Cohorts promoted as “very effective” ahead of first day of school
Chatham-Kent’s Medical Officer of Health is hoping students have “as normal a school experience as possible” when they return to the classroom next week.
With school just days away from starting up again with in-person learning, Dr. David Colby expressed confidence in the controls that have been put in place to prevent any possible spread of COVID-19 between classrooms.
“The cohorting system that we were using at the end of the school year last year was very, very effective,” said Dr. Colby, adding that it has been “refined and honed.”
He said by keeping students in the same group, if there is a problem, the entire cohort can be isolated without affecting other groups in the school.
Dr. Colby also pointed out increasing vaccination rates as another form of protection that was not available last year. Since the vaccine was first approved for children aged 12 and older in May, a majority of local residents in that age range have received at least one dose of the vaccine.
As of Friday morning, 62 per cent of eligible residents in Chatham-Kent aged 12-17 had received at least one dose and 50 per cent of CK youths in that same age range had received two doses.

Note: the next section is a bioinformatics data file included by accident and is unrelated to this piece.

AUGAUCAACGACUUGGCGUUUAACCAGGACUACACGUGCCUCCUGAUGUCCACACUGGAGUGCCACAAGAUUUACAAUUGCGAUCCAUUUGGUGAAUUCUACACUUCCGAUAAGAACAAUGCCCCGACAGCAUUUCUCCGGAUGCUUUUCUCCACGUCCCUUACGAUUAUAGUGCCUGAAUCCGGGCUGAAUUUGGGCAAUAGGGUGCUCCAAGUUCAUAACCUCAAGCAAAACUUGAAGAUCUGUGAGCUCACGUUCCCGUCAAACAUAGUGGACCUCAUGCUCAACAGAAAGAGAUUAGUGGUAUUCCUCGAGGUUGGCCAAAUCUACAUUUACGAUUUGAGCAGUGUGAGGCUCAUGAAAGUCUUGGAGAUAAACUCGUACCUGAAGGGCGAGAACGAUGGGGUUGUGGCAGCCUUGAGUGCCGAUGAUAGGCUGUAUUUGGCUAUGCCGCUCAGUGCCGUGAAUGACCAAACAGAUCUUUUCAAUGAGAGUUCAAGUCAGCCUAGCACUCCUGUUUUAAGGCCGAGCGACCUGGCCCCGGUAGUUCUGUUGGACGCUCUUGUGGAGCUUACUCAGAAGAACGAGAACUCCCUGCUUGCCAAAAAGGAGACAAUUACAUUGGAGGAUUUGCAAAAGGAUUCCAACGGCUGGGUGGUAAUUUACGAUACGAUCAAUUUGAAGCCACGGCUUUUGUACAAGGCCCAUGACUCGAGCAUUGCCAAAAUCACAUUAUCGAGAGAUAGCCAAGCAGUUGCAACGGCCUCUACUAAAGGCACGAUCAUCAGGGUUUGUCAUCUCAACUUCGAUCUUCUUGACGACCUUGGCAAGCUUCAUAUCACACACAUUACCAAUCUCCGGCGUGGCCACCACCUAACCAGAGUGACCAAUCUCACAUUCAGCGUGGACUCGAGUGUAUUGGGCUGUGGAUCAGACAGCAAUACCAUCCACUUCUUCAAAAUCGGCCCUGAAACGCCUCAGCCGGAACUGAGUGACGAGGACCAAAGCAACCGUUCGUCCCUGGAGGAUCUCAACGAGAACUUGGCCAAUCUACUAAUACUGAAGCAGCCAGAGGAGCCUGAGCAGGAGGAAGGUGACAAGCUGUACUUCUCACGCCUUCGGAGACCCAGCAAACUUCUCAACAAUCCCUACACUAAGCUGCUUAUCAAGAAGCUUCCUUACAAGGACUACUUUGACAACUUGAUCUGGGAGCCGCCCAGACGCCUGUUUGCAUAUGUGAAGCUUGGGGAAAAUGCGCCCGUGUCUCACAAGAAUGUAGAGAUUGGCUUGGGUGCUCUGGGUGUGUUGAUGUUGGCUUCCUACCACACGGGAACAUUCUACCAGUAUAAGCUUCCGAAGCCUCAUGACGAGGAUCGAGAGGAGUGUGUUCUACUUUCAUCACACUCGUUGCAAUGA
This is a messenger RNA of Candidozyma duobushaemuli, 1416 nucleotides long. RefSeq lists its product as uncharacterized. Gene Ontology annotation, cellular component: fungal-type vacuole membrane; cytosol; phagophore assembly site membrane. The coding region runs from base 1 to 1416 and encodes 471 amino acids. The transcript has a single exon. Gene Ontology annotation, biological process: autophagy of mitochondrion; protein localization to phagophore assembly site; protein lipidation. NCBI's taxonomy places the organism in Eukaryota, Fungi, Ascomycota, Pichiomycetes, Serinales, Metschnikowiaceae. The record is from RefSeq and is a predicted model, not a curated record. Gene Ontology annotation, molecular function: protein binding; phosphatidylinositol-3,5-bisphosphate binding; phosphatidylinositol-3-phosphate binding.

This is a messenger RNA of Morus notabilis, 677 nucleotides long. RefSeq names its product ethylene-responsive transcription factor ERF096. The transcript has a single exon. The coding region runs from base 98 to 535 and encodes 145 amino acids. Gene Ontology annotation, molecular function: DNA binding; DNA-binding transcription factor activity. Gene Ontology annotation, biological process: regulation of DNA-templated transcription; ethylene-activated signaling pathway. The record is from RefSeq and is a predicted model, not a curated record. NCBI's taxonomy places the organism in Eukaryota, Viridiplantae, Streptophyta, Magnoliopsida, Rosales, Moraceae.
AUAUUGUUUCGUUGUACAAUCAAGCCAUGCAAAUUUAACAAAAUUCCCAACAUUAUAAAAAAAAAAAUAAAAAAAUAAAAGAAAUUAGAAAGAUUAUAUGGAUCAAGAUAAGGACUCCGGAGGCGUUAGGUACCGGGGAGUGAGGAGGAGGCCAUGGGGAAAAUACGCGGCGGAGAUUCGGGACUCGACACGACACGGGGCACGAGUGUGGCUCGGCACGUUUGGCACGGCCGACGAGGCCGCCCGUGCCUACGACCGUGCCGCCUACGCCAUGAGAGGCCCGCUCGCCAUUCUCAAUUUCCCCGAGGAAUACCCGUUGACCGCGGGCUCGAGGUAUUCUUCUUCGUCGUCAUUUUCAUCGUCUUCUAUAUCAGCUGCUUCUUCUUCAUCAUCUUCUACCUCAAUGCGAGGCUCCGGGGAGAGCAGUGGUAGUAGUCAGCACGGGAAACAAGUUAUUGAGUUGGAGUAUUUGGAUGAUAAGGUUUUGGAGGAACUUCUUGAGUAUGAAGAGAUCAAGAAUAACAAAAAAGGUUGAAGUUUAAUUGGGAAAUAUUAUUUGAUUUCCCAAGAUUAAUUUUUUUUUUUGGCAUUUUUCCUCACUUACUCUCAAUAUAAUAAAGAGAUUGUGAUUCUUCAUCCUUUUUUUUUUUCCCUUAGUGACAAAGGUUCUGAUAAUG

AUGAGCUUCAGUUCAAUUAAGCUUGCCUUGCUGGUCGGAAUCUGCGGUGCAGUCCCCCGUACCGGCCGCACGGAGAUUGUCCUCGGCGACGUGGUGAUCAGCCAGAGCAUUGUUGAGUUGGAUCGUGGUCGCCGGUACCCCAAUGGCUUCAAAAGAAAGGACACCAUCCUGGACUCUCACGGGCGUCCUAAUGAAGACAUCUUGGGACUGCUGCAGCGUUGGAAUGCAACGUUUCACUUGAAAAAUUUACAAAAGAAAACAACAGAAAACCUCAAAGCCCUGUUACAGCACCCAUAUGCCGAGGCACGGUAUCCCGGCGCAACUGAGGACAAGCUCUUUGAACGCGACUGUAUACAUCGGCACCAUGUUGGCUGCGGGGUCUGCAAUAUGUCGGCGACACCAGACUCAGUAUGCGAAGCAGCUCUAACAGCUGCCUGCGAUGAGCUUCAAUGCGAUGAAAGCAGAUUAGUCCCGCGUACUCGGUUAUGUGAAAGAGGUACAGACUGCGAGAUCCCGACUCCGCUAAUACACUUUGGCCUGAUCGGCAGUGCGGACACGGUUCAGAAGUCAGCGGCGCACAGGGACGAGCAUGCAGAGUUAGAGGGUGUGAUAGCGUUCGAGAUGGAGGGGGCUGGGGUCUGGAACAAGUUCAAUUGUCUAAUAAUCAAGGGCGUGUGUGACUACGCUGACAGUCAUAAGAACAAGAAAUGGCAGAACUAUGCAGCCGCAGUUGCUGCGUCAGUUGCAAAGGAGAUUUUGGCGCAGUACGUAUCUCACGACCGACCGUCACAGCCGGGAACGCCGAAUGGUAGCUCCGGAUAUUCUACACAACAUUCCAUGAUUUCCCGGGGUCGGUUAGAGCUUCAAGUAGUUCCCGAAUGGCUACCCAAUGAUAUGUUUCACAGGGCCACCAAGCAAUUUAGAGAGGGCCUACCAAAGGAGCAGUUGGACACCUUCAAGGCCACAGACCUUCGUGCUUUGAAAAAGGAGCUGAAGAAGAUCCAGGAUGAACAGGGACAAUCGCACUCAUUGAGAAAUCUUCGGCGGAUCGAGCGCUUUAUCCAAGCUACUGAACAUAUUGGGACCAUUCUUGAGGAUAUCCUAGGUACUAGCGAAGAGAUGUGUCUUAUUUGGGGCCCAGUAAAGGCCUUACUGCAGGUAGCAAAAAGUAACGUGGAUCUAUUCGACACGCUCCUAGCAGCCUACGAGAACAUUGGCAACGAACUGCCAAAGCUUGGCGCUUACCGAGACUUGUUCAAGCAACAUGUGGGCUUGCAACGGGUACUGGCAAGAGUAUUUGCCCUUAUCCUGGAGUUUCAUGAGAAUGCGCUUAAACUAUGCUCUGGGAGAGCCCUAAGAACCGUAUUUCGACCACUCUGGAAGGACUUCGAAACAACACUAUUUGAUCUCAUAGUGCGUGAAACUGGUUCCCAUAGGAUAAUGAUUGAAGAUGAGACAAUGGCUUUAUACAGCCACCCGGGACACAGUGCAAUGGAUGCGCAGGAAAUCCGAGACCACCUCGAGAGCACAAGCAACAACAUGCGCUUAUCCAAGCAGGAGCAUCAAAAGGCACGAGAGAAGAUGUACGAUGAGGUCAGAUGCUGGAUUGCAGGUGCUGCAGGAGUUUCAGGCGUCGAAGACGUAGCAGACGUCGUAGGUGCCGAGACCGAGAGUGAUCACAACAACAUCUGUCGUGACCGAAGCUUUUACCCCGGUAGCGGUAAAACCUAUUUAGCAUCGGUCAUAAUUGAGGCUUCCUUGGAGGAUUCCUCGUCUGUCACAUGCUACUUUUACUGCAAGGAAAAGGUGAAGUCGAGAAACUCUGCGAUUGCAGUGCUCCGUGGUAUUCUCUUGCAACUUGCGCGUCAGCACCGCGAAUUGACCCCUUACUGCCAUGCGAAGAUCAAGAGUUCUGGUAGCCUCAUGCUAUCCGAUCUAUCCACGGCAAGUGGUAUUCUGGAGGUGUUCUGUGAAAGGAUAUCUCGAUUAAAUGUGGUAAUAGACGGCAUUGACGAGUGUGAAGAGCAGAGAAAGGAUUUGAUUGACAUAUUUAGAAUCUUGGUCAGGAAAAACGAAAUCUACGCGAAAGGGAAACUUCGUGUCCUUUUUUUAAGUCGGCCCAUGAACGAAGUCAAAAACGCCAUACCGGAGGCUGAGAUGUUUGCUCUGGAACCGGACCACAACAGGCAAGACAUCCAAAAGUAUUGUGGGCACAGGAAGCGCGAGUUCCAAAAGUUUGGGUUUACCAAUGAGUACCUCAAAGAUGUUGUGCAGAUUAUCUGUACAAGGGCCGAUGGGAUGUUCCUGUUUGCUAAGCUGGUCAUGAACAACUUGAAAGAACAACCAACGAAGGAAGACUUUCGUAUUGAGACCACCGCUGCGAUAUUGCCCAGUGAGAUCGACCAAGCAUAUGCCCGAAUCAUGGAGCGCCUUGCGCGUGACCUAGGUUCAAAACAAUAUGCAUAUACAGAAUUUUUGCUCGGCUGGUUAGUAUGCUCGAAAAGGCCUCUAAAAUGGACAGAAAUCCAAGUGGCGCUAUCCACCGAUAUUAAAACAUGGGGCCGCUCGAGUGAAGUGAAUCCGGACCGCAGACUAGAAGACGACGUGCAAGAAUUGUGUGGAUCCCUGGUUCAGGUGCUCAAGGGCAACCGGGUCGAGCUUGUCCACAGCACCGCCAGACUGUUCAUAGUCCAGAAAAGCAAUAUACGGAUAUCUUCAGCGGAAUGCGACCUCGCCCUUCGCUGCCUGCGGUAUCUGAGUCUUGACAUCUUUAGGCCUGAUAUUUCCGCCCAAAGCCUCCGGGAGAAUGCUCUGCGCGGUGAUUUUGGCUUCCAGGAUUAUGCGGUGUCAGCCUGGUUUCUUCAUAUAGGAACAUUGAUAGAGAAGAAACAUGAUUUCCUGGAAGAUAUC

When it comes to extra curricular activities, there are no plans at this point to delay those — and no recommendations from the CK public health unit to push them back.
In nearby Windsor-Essex, the public health unit recently urged schools in that region to delay the start of sports, clubs, field trips and other non-essential activities within all school settings until at least October.
However, in Chatham-Kent, Dr. Colby said as of Thursday there were no plans to delay extracurricular activities in the Lambton-Kent region, adding that he had not had any discussions about that yet with the Medical Officer of Health in Lambton County.
When pressed on whether a delay would be necessary, Dr. Colby said the school boards already have a number of controls in place, adding again that the cohorting system within schools has worked very well.
“We’ll have to see what happens as the school year opens up,” said Dr. Colby. “Certainly if any problems come to light, we’ll deal with that not only in a reactive fashion but in a proactive fashion to make sure that doesn’t happen again.”
He emphasized that vaccinations is still the best way to ensure students have a school experience that is as close to “normal” as possible.